Here are some books that are sure to engage even your most reluctant readers. These beautiful picture books feature animals with some pretty cool adaptations that have allowed them to survive. Some of my favourite authors...
Cute as an Axolotl and What Makes a Monster? by Jess Keating, with illustrations by David DeGrand, introduce readers to some of the most fascinating creatures on earth. In Axolotl, you'll learn about the more adorable animals on earth, including the pom-pom crab, pygmy hippo and dwarf flying squirrel (look them up - they're real!). Monster features the world's scariest animals, including my personal favourite (although I never want to meet it!) - the horror frog (shudder!!!!). The text features provide great opportunities for teaching how to read non-fiction, and if the fascinating information doesn't grab you, the notes at the back of the book will. Why do we perceive some things as "cute," and others as "scary?" This is a great opportunity for a unit on how humans create perceptions, but also how we may differ in opinion. These two texts and Keating's Pink is for Blobfish make up a trilogy you'll definitely want to own!
The Triumphant Tale of the House Sparrow follows The Tragic Tale of the Great Auk (a Canadian Children's Literature Award winner), both by author Jan Thornhill. Unlike the Great Auk, the House Sparrow has thrived for thousands of years, thanks to its ability to adapt to its changing surroundings. How and why has it changed over the years, from Ancient Egypt, to Europe, to North America? And why is it so despised? I love both of these books for the opportunity to teach about animal adaptations, and the how humans affect nature.
My brand new book (just released this week!) is Pipsqueaks, Slowpokes and Stinkers: Celebrating Animal Underdogs, written by Melissa Stewart and illustrated by Stephanie Laberis. This book informs the reader about animals that are considered underdogs, due to their clumsy, shy, slow, stinky, and other unfortunate attributes. I learned about some creatures I have not heard of before, including the zorilla (I love that name!) and the hoatzin, and celebrated some of my all-time favourite animals, including the naked mole rat. The text is lively, conversational, and funny, and young children will eat it up!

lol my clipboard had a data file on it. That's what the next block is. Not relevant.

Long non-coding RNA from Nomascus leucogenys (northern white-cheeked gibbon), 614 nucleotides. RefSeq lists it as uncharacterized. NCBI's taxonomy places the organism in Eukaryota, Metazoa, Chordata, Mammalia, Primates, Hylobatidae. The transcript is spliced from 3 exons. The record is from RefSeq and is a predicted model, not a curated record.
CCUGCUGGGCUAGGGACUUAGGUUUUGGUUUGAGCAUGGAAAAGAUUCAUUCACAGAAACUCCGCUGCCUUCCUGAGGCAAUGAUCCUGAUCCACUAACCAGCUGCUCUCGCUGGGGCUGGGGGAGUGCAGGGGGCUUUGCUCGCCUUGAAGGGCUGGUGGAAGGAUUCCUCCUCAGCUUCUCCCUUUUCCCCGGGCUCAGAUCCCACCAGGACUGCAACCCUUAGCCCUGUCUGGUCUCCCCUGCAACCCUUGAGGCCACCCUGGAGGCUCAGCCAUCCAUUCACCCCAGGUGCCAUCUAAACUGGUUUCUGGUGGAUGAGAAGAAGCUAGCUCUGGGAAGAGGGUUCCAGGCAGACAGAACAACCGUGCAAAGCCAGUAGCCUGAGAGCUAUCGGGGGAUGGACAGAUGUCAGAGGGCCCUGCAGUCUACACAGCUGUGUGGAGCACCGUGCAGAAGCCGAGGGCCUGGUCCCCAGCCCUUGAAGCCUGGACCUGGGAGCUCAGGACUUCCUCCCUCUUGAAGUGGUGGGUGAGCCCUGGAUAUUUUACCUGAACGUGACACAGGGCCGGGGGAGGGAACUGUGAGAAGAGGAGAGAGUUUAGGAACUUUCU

All Are Welcome by Alexandra Penfold
This book is a must read for all children in our Early Years classrooms. Perfect for the first day of school especially, but any time we need to send the message that everyone belongs. I love the diverse characters and the different kinds of families that are featured. Beautiful illustrations by Suzanne Kaufman add to the celebration of diversity and inclusion.
Front Desk by Kelly Yang
Based on the memoirs of the author, this book features a 10-year old girl who helps out at the hotel that her immigrant parents manage. She is able to keep a lot of secrets, including the fact that her parents hide immigrants who need help. Themes of racism, immigration and poverty make this is a book relevant to today's world, and messages that we need to discuss with our students and children. Teaching ideas scream out at me almost every time I turn the page. An awesome addition to any Middle Grade kid's library.
I Am Alfonso Jones by Tony Medina
Graphic novels are so popular right now, and this beautiful book would made a perfect pairing with The Hate U Give by Angie Thomas (soon to be released as a movie - can't wait!) or Just Mercy (just read it this summer as part of Penny Kittle's Book Love teacher book club) by Bryan Stevenson. All of these books tackle themes of police brutality in the US, the Black Lives Matter movement and poverty issues. This story is about Alfonso Jones, who is shot by a police officer while buying his first suit, as the officer mistakes a clothes hanger for a gun. Alfonso, as a ghost, rides a ghost train to learn of other people's struggles for equality and how his friends and family deal with his death. I highly recommend this book for high school students.